maximum verbosity

as the old Infocom games used to say. Man, do I seem to have a lot to say these days.
Here’s some more (about Israel this time, from the journal):

I went to Jerusalem with my two roommates today. It was very fun. We taxied there with a cabbie who was carrying a handgun and who didn’t know where the Jaffa Gate was. He kept stopping & asking people about once a block in Jerusalem. We had brunch at the American Colony Hotel. It was a really beautiful place, we sat in the courtyard. It also wasn’t kosher, and had ham, which was rather exciting.
Then we went to the Church of the Flagellation. It was very quiet and contemplative, especially after walking through the crowded and noisy street of the Arab Quarter. On the dome above the altar was the crown of thorns decorated with small, star or flower-shaped stained glass windows. There was a larger one of those in the center, and it looked like the thorns were flowering as they went up towards it.
We went to the Western Wall, but couldn’t go up to the Dome of the Rock because it was closed. A group of Israeli soldiers were sitting up at the entrance preventing people from walking up there. They were laughing and singing as we walked up, and one of them dropped his AK-47 which he had been toying with while they talked to us. Fortunately, it didn’t go off.
Then we went to the Church of the Holy Sepulchre. The building looks more like people have tunneled in and carved out rooms than like it was “built” per se. As you walk in, there is a slab on the floor where Jesus’s body was supposed to have been laid (according to Helena, see above link). Behind it is a mural of Jesus’ body being taken from the cross, looking up you see balconies of the floors above. Different groups control different parts of the building–Roman Catholics, the Coptic church, etc. To the right is a staircase up to a small, dim, candlelit, heavily decorated room. Golden lanterny things hang thickly from the ceiling, there is another mural in the back of the room, and in front of it is a table. Under the table is a sort of a glass dome with a hole in it. You duck down and reach through the hole, under it is a rock with a hole in it in which the cross was supposed to have been anchored.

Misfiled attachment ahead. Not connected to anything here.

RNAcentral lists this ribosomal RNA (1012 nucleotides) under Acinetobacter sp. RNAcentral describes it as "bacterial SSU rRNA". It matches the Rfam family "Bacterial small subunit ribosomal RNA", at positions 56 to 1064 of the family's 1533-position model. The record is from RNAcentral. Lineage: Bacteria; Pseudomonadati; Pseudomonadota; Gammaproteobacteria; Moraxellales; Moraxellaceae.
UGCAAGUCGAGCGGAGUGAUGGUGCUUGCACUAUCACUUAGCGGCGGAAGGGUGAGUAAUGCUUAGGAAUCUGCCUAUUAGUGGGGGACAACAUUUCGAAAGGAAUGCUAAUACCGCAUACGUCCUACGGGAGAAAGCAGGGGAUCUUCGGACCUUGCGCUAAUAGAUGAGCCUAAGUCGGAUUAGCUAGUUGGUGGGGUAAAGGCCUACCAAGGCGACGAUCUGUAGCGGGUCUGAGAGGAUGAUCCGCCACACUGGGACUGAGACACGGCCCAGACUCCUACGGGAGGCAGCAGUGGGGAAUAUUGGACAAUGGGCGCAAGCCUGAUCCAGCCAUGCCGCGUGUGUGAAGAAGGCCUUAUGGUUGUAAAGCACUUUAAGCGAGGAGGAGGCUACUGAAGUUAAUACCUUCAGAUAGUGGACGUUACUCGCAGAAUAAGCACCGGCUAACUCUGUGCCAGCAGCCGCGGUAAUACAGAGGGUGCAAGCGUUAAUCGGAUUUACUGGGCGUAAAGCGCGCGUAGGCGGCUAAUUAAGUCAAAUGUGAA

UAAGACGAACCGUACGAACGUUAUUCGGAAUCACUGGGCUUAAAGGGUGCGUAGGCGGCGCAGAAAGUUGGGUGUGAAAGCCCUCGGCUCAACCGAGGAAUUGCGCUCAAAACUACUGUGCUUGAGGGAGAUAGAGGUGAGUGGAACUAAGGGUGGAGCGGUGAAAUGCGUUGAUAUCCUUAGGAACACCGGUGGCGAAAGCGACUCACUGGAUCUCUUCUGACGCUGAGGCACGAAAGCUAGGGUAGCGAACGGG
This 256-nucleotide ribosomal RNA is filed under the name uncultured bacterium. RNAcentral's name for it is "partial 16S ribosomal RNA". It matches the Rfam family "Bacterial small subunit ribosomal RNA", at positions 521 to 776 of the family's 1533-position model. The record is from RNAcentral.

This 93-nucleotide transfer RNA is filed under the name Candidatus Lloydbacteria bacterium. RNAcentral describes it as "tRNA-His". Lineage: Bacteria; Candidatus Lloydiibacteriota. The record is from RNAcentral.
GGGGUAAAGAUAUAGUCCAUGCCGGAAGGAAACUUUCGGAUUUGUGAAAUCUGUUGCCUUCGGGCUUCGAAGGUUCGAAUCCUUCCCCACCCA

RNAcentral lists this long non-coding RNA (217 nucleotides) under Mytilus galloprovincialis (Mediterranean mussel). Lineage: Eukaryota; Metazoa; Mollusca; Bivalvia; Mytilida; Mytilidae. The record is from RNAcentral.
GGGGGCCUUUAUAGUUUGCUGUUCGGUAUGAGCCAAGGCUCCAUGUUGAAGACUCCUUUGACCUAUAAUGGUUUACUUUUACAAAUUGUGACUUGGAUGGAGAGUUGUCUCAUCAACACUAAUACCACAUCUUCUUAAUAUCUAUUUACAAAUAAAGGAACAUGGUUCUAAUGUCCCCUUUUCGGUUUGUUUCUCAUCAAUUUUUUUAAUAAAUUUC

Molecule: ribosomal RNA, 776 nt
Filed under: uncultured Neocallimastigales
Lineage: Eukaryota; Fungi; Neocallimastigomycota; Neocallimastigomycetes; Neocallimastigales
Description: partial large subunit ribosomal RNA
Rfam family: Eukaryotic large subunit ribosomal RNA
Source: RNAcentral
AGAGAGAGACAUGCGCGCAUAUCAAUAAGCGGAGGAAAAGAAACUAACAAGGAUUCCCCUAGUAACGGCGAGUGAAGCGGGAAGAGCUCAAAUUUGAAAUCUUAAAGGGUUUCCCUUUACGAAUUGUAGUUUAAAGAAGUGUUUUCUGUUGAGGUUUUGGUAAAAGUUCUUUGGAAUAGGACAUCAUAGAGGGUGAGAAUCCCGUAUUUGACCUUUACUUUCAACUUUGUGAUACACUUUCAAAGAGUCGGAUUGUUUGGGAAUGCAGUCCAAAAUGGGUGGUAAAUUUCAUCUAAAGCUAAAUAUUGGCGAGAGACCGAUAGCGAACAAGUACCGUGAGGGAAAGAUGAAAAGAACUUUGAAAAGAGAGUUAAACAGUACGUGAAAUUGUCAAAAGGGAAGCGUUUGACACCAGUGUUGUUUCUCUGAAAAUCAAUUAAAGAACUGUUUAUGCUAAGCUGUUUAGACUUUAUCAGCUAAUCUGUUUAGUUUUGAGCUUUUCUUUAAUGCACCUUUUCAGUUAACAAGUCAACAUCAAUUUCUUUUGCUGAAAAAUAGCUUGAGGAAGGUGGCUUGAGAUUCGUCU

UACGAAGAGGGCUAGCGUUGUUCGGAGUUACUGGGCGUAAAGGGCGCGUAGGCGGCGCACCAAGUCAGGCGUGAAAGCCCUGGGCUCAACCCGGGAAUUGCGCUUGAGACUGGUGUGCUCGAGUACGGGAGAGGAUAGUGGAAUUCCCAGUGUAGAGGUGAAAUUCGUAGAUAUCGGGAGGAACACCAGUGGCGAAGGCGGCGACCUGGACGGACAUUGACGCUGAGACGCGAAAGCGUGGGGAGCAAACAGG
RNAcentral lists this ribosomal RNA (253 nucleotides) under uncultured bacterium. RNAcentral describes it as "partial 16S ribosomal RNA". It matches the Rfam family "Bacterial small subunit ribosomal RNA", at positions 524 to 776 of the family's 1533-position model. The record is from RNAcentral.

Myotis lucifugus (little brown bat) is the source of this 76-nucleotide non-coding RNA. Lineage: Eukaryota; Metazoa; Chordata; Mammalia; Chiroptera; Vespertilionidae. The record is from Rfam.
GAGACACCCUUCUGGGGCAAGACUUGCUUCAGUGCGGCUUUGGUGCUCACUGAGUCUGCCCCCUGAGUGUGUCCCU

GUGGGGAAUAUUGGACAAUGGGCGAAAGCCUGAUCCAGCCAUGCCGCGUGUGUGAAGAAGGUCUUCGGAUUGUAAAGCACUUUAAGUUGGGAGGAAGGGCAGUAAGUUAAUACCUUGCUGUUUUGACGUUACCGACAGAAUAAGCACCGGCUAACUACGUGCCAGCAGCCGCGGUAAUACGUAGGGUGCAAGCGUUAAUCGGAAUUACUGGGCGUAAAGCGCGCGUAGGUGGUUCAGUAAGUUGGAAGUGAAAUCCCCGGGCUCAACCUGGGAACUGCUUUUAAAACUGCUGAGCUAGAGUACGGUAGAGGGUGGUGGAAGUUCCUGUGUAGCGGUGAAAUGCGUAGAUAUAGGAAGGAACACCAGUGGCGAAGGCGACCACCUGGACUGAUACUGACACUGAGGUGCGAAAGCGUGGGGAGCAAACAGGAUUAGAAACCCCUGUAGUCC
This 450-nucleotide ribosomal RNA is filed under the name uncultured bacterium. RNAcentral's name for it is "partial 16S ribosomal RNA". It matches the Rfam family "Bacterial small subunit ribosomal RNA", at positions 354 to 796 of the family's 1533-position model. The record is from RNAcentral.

Downstairs again and off to the left is the actual tomb, with an elaborate and highly decorated edifice built around it, inside a circular domed room of the building. Beyond that you sort of wend your way through various rooms and chapels and down; towards the bottom the walls are made of rock and covered with crosses carved by pilgrims.
We did some wandering around and shopping in the Old City. Squiggly narrow streets wind around, on either side are stone-built cells with shops selling pretty much everything you can possibly think of, from tourist garbage to basic household goods to food to slabs of raw meat hanging outside for you to smack your head on as you walk along. The streets slope up and down as well as round and round, we followed one of my roommates who knew where she was going, I would have had a hard time navigating around. Some areas were packed shoulder to shoulder, others were much more open. Shopkeepers greet you in English, as they can tell by looking at you that you are American, and try to lure you inside with offers of free tea and cheap prices.
After we left the Old City we went to a Palestinian pottery-making place and I bought some pottery with fish painted on it. I liked it because of the fishes’ facial expressions, which range from depressed to tentatively optimistic. We then visited the Garden Tomb, which is the Protestant answer to the Church of the Holy Sepulchre. I was told the tomb probably dates to several hundred to a thousand years before the time of Christ, but it was a very nice garden. I did quite a bit of shopping in the gift shop there: more carved olive wood items than you can shake a stick at.

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